For more information on our upc0ming symposium (‘Arnold Bennett and His Circle’), see here (or e-mail us at for a draft programme of the day’s events).

On Arnold Bennett (5): Greatness beyond Glamour

'Man Reading' by Barnett Freedman (c.1925)

‘Man Reading’ by Barnett Freedman (c.1925)

‘The hero, Clayhanger, is merely a nice young fellow who likes to read and yearns for a more elegance and refinement than his home can offer him. Without great force or energy, he is industrious and honest; without overwhelming abilities, he has a taste for literature and art; without deep tenderness, he has kindly emotions and a fund of fairness and good-will […] There is no glamour of romance thrown about the situation; there are no adventures. No attempt at all is made to rectify reality. But it is a very great novel, none the less; so great that it throws into the shadow all the novels of the last decade. Even [H.G. Well’s] Tono-Bungay, full of meat and life as it was, seems slim and unpleasant in comparison.’ (Unsigned review of Clayhanger, North American Review, December 191o)

For more information on our upc0ming symposium (‘Arnold Bennett and His Circle’), see here (or e-mail us at for a draft programme of the day’s events)

On Arnold Bennett (4): Go On, Great Man!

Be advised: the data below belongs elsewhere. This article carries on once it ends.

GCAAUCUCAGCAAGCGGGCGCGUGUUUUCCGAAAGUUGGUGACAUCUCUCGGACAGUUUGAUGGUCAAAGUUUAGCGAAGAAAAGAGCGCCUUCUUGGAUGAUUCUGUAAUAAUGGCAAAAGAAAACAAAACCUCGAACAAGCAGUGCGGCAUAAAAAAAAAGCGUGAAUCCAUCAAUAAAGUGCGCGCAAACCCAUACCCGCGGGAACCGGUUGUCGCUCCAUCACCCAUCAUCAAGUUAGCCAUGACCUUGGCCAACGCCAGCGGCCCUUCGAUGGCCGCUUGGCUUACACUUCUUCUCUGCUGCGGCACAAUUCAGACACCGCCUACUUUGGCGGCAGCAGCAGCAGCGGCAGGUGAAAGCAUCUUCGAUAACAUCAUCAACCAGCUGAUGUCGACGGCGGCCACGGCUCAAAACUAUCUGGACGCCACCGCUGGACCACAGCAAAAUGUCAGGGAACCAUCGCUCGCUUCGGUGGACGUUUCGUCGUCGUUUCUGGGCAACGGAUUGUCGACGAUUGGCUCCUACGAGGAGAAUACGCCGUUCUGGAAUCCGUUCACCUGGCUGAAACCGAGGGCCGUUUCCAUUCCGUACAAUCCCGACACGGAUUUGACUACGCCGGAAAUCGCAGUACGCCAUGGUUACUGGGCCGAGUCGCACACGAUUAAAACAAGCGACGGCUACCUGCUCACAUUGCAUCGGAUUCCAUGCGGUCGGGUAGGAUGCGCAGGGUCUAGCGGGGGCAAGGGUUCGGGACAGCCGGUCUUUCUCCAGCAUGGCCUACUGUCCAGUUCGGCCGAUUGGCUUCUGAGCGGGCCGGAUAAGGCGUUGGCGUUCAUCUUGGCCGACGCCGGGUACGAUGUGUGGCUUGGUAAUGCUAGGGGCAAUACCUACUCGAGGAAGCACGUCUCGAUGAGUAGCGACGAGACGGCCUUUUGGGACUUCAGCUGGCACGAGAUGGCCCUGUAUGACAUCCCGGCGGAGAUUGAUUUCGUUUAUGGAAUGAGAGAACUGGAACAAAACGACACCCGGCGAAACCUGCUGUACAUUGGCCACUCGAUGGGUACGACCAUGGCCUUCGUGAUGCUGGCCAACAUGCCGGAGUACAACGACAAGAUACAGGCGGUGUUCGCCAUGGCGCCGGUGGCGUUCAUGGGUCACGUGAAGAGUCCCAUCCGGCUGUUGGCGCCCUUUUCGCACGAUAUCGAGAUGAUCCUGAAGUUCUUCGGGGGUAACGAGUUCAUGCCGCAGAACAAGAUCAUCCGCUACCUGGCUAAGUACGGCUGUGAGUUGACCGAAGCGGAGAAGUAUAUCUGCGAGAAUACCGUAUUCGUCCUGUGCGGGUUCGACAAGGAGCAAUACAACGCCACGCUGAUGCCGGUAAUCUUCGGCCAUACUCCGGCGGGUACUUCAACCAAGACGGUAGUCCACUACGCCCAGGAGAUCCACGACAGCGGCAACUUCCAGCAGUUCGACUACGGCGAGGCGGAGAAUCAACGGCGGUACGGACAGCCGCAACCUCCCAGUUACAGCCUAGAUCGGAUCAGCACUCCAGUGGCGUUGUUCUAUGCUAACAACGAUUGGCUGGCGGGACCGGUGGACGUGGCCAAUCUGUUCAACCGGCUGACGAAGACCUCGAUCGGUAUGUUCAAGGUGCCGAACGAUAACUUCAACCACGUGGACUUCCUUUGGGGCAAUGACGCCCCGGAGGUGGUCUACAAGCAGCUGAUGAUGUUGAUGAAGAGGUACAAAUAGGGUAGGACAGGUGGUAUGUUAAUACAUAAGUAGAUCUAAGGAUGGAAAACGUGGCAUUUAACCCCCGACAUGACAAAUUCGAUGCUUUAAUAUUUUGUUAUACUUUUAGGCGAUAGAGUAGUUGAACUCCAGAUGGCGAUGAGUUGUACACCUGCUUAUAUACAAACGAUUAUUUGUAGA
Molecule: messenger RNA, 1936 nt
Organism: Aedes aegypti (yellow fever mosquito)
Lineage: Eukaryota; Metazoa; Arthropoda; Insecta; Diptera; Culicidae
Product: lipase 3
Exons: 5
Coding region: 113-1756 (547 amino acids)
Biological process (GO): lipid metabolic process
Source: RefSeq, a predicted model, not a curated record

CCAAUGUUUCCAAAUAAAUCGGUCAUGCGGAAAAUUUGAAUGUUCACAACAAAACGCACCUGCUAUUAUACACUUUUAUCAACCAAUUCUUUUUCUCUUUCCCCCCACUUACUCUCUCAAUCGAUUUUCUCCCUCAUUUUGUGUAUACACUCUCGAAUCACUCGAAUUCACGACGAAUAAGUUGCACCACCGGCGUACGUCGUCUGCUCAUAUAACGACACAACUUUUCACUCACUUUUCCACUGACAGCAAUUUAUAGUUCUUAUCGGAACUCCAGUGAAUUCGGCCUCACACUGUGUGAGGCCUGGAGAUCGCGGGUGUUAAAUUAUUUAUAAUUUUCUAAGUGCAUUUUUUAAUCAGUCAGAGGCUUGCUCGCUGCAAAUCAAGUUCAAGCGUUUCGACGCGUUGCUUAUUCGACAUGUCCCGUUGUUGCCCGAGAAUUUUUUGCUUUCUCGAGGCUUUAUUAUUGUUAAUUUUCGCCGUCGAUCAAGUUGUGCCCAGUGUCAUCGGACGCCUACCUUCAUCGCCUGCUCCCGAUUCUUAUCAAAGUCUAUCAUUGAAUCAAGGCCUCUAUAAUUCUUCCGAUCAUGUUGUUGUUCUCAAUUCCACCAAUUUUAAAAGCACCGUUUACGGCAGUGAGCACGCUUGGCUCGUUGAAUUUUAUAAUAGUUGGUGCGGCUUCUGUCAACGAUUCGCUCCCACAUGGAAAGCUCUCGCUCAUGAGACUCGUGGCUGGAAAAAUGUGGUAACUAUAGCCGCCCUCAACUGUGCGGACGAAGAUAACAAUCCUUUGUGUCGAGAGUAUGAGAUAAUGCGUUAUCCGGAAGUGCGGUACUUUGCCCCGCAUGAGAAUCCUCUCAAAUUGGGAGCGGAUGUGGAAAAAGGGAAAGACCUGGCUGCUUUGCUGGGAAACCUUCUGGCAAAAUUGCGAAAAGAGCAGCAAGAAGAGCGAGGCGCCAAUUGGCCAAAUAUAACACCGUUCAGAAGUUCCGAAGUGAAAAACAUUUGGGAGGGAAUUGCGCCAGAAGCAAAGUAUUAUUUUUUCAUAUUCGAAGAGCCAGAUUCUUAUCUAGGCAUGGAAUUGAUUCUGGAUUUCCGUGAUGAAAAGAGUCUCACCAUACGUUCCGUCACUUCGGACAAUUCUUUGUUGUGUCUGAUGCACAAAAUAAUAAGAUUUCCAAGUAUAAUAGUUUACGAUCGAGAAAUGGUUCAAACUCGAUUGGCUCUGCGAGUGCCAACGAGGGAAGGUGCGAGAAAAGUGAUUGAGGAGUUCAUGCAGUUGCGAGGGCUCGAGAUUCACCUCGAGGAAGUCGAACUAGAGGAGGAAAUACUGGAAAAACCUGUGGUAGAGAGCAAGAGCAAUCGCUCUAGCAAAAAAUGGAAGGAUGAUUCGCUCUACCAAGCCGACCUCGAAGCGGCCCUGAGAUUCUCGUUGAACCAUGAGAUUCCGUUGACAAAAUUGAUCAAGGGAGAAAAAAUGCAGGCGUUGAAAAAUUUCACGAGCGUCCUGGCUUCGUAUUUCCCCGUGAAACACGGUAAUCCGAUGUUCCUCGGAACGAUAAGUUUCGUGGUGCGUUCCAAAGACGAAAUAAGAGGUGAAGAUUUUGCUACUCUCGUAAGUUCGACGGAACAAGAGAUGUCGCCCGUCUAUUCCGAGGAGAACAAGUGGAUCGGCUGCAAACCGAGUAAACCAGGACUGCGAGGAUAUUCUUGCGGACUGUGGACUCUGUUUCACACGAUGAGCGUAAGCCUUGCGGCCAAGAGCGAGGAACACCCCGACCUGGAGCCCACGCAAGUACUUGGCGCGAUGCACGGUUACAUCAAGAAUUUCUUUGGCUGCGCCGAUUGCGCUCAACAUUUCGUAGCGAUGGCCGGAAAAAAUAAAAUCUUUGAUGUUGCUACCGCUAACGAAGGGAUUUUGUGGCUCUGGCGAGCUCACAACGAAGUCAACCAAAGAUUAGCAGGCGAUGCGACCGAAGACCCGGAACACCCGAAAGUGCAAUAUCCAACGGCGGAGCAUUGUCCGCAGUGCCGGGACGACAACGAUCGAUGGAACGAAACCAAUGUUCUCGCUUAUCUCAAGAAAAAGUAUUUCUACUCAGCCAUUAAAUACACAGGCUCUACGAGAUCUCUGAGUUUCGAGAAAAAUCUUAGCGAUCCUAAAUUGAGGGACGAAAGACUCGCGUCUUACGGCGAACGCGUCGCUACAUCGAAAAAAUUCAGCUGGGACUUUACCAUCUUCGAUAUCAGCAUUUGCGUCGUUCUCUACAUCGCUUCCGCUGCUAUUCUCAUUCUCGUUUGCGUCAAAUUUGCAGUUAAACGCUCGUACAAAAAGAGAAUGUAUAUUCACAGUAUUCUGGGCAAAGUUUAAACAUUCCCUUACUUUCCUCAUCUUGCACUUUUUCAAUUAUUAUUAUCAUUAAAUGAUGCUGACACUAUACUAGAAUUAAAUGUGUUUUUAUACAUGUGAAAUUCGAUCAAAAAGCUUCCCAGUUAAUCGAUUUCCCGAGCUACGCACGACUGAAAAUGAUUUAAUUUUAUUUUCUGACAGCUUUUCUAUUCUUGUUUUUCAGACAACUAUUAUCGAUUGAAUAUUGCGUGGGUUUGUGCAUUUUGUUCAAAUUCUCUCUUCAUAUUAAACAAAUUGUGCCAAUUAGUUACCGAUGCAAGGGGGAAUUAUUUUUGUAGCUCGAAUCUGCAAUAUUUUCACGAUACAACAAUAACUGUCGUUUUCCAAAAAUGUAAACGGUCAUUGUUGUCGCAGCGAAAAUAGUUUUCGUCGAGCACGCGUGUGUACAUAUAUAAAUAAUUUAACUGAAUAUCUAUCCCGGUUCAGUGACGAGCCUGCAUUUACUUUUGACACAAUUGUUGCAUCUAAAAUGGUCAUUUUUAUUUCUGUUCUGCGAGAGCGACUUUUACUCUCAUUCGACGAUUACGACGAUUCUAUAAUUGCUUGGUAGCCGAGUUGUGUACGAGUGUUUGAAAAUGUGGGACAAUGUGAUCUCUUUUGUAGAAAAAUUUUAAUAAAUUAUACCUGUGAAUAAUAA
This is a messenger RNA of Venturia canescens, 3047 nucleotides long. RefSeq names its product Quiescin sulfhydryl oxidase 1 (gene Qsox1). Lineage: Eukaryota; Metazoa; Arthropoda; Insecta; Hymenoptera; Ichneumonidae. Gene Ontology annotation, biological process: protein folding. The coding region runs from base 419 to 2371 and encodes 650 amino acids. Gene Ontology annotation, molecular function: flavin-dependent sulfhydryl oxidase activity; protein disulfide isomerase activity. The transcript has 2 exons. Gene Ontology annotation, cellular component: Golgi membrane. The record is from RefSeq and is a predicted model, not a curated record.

‘My dear Bennett,

You know what life is. I have really wanted badly to write you at length about The Old Wives Tale and make you understand that it isn’t simply just genial mutual flattery and so forth that I want to send you this time […] I think the book a quite pre-eminent novel so that it at least doubles your size in my estimation. It is far too big, too fine and too restrained to get at first anything like the recognition it is bound in the long run to bring you. It is the best book I have seen this year – and there have been one or two very good books – and I am certain it will secure you the respect of all the distinguished critics who are now consuming gripe-water and suchlike, if you never never write another line. It is all at such a high level that one does not know where to begin commending, but I think the high light for me is the bakehouse glimpse of Sam Povey. But the knowledge, the details, the spirit! from first to last it never fails. I wish it could have gone into ‘The English Review’. Well, I go round telling everyone I meet about it – I wish Chapman & Hall would do the same. Go on great man!’

Yours ever. H. G. [Wells] (November 1908)

For more information on our upc0ming symposium (‘Arnold Bennett and His Circle’), see here (or e-mail us at for a draft programme of the day’s events).